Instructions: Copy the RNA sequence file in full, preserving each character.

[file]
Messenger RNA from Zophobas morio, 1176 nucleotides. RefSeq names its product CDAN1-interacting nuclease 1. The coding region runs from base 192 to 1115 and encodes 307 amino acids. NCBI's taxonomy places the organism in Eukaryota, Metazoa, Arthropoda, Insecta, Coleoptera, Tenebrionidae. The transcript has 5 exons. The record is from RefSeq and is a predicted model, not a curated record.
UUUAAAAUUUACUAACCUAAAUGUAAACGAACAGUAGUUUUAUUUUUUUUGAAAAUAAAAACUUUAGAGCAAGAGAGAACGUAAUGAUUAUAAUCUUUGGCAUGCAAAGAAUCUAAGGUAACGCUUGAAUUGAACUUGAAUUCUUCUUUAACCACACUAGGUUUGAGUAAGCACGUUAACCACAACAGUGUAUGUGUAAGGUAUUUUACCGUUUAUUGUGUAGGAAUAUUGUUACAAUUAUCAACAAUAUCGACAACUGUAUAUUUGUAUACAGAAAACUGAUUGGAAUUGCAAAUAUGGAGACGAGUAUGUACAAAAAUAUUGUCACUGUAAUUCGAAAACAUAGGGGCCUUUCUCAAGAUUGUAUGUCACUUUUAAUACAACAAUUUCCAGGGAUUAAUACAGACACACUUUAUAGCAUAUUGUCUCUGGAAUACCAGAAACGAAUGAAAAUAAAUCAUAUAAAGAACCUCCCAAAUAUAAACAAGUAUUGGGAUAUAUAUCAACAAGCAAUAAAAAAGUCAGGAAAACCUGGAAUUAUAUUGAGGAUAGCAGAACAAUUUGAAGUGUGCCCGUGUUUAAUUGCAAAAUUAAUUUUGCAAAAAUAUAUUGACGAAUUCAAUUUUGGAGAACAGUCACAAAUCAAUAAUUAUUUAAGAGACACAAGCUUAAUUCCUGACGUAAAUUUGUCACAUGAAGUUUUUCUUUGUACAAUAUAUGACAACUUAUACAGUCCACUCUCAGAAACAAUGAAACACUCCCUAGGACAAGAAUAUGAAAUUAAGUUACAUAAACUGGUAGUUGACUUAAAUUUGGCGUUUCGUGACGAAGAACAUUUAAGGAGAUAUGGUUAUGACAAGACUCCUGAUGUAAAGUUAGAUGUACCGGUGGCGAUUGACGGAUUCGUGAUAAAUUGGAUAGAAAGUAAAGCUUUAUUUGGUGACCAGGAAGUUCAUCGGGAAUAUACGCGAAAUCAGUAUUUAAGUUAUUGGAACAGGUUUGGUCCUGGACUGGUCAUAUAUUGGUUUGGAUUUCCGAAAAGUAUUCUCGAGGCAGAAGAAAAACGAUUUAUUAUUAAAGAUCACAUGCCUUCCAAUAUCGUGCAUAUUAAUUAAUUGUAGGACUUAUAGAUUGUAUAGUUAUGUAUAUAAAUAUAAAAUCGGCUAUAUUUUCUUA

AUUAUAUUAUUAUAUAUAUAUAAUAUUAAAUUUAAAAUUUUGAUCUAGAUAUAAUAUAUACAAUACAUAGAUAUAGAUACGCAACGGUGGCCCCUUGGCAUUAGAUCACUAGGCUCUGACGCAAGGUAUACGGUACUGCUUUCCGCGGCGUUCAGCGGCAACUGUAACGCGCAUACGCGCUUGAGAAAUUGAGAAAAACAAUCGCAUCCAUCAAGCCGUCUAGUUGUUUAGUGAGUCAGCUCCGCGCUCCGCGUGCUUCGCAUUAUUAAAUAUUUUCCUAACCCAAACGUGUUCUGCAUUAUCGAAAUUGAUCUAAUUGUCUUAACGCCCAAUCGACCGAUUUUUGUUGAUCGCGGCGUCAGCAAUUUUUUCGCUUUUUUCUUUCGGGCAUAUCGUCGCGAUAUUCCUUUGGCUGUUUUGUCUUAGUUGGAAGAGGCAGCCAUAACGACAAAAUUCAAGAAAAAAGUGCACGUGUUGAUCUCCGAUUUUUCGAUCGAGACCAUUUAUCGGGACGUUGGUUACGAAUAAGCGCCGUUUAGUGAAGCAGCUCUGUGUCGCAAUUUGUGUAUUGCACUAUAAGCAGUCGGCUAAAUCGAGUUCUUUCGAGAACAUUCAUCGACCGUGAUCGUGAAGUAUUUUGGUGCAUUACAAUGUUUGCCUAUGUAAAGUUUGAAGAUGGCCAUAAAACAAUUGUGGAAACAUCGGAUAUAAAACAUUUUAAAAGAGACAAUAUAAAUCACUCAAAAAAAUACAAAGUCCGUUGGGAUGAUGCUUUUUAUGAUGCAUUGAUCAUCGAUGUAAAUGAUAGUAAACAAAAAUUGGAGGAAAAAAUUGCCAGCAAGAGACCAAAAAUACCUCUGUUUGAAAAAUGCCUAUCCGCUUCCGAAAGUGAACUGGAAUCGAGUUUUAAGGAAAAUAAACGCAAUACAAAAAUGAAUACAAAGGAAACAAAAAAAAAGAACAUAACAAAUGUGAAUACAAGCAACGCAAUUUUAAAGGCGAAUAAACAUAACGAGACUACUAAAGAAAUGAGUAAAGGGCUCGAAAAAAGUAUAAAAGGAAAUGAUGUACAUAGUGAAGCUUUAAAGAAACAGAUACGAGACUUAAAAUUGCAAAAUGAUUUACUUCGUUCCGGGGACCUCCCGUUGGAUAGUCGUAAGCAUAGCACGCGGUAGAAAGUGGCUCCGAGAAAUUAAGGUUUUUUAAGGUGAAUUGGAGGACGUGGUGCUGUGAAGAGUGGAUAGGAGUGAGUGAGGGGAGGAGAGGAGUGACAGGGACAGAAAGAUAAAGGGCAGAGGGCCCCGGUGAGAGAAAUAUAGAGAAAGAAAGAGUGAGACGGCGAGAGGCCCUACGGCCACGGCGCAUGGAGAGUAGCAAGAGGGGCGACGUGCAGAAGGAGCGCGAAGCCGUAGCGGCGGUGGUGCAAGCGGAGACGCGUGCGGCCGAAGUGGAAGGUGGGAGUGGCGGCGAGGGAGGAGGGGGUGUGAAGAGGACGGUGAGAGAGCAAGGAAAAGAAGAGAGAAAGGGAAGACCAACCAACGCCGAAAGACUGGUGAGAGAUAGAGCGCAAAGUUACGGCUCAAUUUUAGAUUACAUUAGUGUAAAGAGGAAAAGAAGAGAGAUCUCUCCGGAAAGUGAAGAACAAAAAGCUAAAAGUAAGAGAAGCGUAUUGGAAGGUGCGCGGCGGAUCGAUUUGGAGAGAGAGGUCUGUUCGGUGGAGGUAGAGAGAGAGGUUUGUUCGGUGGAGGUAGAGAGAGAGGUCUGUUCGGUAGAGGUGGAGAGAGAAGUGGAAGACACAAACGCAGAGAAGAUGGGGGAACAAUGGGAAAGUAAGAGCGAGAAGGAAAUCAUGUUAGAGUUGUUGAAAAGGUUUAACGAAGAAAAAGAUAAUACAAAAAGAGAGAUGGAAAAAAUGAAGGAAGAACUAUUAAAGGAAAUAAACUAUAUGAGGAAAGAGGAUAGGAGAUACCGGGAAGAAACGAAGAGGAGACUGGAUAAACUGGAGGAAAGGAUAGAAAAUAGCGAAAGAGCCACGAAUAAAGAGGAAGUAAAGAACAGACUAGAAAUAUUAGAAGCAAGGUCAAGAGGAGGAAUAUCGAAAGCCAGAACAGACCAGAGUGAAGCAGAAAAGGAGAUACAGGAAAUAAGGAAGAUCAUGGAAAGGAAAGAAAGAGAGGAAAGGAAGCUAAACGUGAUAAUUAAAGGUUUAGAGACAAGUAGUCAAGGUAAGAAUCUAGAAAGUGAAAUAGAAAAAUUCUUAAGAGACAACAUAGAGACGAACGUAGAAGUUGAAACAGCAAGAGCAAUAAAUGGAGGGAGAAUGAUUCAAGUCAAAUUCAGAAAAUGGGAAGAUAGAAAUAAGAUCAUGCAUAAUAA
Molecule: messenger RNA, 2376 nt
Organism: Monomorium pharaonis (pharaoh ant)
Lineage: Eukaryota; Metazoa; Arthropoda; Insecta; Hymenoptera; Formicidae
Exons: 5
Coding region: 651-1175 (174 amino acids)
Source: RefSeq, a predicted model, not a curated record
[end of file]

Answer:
Messenger RNA from Zophobas morio, 1176 nucleotides. RefSeq names its product CDAN1-interacting nuclease 1. The coding region runs from base 192 to 1115 and encodes 307 amino acids. NCBI's taxonomy places the organism in Eukaryota, Metazoa, Arthropoda, Insecta, Coleoptera, Tenebrionidae. The transcript has 5 exons. The record is from RefSeq and is a predicted model, not a curated record.
UUUAAAAUUUACUAACCUAAAUGUAAACGAACAGUAGUUUUAUUUUUUUUGAAAAUAAAAACUUUAGAGCAAGAGAGAACGUAAUGAUUAUAAUCUUUGGCAUGCAAAGAAUCUAAGGUAACGCUUGAAUUGAACUUGAAUUCUUCUUUAACCACACUAGGUUUGAGUAAGCACGUUAACCACAACAGUGUAUGUGUAAGGUAUUUUACCGUUUAUUGUGUAGGAAUAUUGUUACAAUUAUCAACAAUAUCGACAACUGUAUAUUUGUAUACAGAAAACUGAUUGGAAUUGCAAAUAUGGAGACGAGUAUGUACAAAAAUAUUGUCACUGUAAUUCGAAAACAUAGGGGCCUUUCUCAAGAUUGUAUGUCACUUUUAAUACAACAAUUUCCAGGGAUUAAUACAGACACACUUUAUAGCAUAUUGUCUCUGGAAUACCAGAAACGAAUGAAAAUAAAUCAUAUAAAGAACCUCCCAAAUAUAAACAAGUAUUGGGAUAUAUAUCAACAAGCAAUAAAAAAGUCAGGAAAACCUGGAAUUAUAUUGAGGAUAGCAGAACAAUUUGAAGUGUGCCCGUGUUUAAUUGCAAAAUUAAUUUUGCAAAAAUAUAUUGACGAAUUCAAUUUUGGAGAACAGUCACAAAUCAAUAAUUAUUUAAGAGACACAAGCUUAAUUCCUGACGUAAAUUUGUCACAUGAAGUUUUUCUUUGUACAAUAUAUGACAACUUAUACAGUCCACUCUCAGAAACAAUGAAACACUCCCUAGGACAAGAAUAUGAAAUUAAGUUACAUAAACUGGUAGUUGACUUAAAUUUGGCGUUUCGUGACGAAGAACAUUUAAGGAGAUAUGGUUAUGACAAGACUCCUGAUGUAAAGUUAGAUGUACCGGUGGCGAUUGACGGAUUCGUGAUAAAUUGGAUAGAAAGUAAAGCUUUAUUUGGUGACCAGGAAGUUCAUCGGGAAUAUACGCGAAAUCAGUAUUUAAGUUAUUGGAACAGGUUUGGUCCUGGACUGGUCAUAUAUUGGUUUGGAUUUCCGAAAAGUAUUCUCGAGGCAGAAGAAAAACGAUUUAUUAUUAAAGAUCACAUGCCUUCCAAUAUCGUGCAUAUUAAUUAAUUGUAGGACUUAUAGAUUGUAUAGUUAUGUAUAUAAAUAUAAAAUCGGCUAUAUUUUCUUA

AUUAUAUUAUUAUAUAUAUAUAAUAUUAAAUUUAAAAUUUUGAUCUAGAUAUAAUAUAUACAAUACAUAGAUAUAGAUACGCAACGGUGGCCCCUUGGCAUUAGAUCACUAGGCUCUGACGCAAGGUAUACGGUACUGCUUUCCGCGGCGUUCAGCGGCAACUGUAACGCGCAUACGCGCUUGAGAAAUUGAGAAAAACAAUCGCAUCCAUCAAGCCGUCUAGUUGUUUAGUGAGUCAGCUCCGCGCUCCGCGUGCUUCGCAUUAUUAAAUAUUUUCCUAACCCAAACGUGUUCUGCAUUAUCGAAAUUGAUCUAAUUGUCUUAACGCCCAAUCGACCGAUUUUUGUUGAUCGCGGCGUCAGCAAUUUUUUCGCUUUUUUCUUUCGGGCAUAUCGUCGCGAUAUUCCUUUGGCUGUUUUGUCUUAGUUGGAAGAGGCAGCCAUAACGACAAAAUUCAAGAAAAAAGUGCACGUGUUGAUCUCCGAUUUUUCGAUCGAGACCAUUUAUCGGGACGUUGGUUACGAAUAAGCGCCGUUUAGUGAAGCAGCUCUGUGUCGCAAUUUGUGUAUUGCACUAUAAGCAGUCGGCUAAAUCGAGUUCUUUCGAGAACAUUCAUCGACCGUGAUCGUGAAGUAUUUUGGUGCAUUACAAUGUUUGCCUAUGUAAAGUUUGAAGAUGGCCAUAAAACAAUUGUGGAAACAUCGGAUAUAAAACAUUUUAAAAGAGACAAUAUAAAUCACUCAAAAAAAUACAAAGUCCGUUGGGAUGAUGCUUUUUAUGAUGCAUUGAUCAUCGAUGUAAAUGAUAGUAAACAAAAAUUGGAGGAAAAAAUUGCCAGCAAGAGACCAAAAAUACCUCUGUUUGAAAAAUGCCUAUCCGCUUCCGAAAGUGAACUGGAAUCGAGUUUUAAGGAAAAUAAACGCAAUACAAAAAUGAAUACAAAGGAAACAAAAAAAAAGAACAUAACAAAUGUGAAUACAAGCAACGCAAUUUUAAAGGCGAAUAAACAUAACGAGACUACUAAAGAAAUGAGUAAAGGGCUCGAAAAAAGUAUAAAAGGAAAUGAUGUACAUAGUGAAGCUUUAAAGAAACAGAUACGAGACUUAAAAUUGCAAAAUGAUUUACUUCGUUCCGGGGACCUCCCGUUGGAUAGUCGUAAGCAUAGCACGCGGUAGAAAGUGGCUCCGAGAAAUUAAGGUUUUUUAAGGUGAAUUGGAGGACGUGGUGCUGUGAAGAGUGGAUAGGAGUGAGUGAGGGGAGGAGAGGAGUGACAGGGACAGAAAGAUAAAGGGCAGAGGGCCCCGGUGAGAGAAAUAUAGAGAAAGAAAGAGUGAGACGGCGAGAGGCCCUACGGCCACGGCGCAUGGAGAGUAGCAAGAGGGGCGACGUGCAGAAGGAGCGCGAAGCCGUAGCGGCGGUGGUGCAAGCGGAGACGCGUGCGGCCGAAGUGGAAGGUGGGAGUGGCGGCGAGGGAGGAGGGGGUGUGAAGAGGACGGUGAGAGAGCAAGGAAAAGAAGAGAGAAAGGGAAGACCAACCAACGCCGAAAGACUGGUGAGAGAUAGAGCGCAAAGUUACGGCUCAAUUUUAGAUUACAUUAGUGUAAAGAGGAAAAGAAGAGAGAUCUCUCCGGAAAGUGAAGAACAAAAAGCUAAAAGUAAGAGAAGCGUAUUGGAAGGUGCGCGGCGGAUCGAUUUGGAGAGAGAGGUCUGUUCGGUGGAGGUAGAGAGAGAGGUUUGUUCGGUGGAGGUAGAGAGAGAGGUCUGUUCGGUAGAGGUGGAGAGAGAAGUGGAAGACACAAACGCAGAGAAGAUGGGGGAACAAUGGGAAAGUAAGAGCGAGAAGGAAAUCAUGUUAGAGUUGUUGAAAAGGUUUAACGAAGAAAAAGAUAAUACAAAAAGAGAGAUGGAAAAAAUGAAGGAAGAACUAUUAAAGGAAAUAAACUAUAUGAGGAAAGAGGAUAGGAGAUACCGGGAAGAAACGAAGAGGAGACUGGAUAAACUGGAGGAAAGGAUAGAAAAUAGCGAAAGAGCCACGAAUAAAGAGGAAGUAAAGAACAGACUAGAAAUAUUAGAAGCAAGGUCAAGAGGAGGAAUAUCGAAAGCCAGAACAGACCAGAGUGAAGCAGAAAAGGAGAUACAGGAAAUAAGGAAGAUCAUGGAAAGGAAAGAAAGAGAGGAAAGGAAGCUAAACGUGAUAAUUAAAGGUUUAGAGACAAGUAGUCAAGGUAAGAAUCUAGAAAGUGAAAUAGAAAAAUUCUUAAGAGACAACAUAGAGACGAACGUAGAAGUUGAAACAGCAAGAGCAAUAAAUGGAGGGAGAAUGAUUCAAGUCAAAUUCAGAAAAUGGGAAGAUAGAAAUAAGAUCAUGCAUAAUAA
Molecule: messenger RNA, 2376 nt
Organism: Monomorium pharaonis (pharaoh ant)
Lineage: Eukaryota; Metazoa; Arthropoda; Insecta; Hymenoptera; Formicidae
Exons: 5
Coding region: 651-1175 (174 amino acids)
Source: RefSeq, a predicted model, not a curated record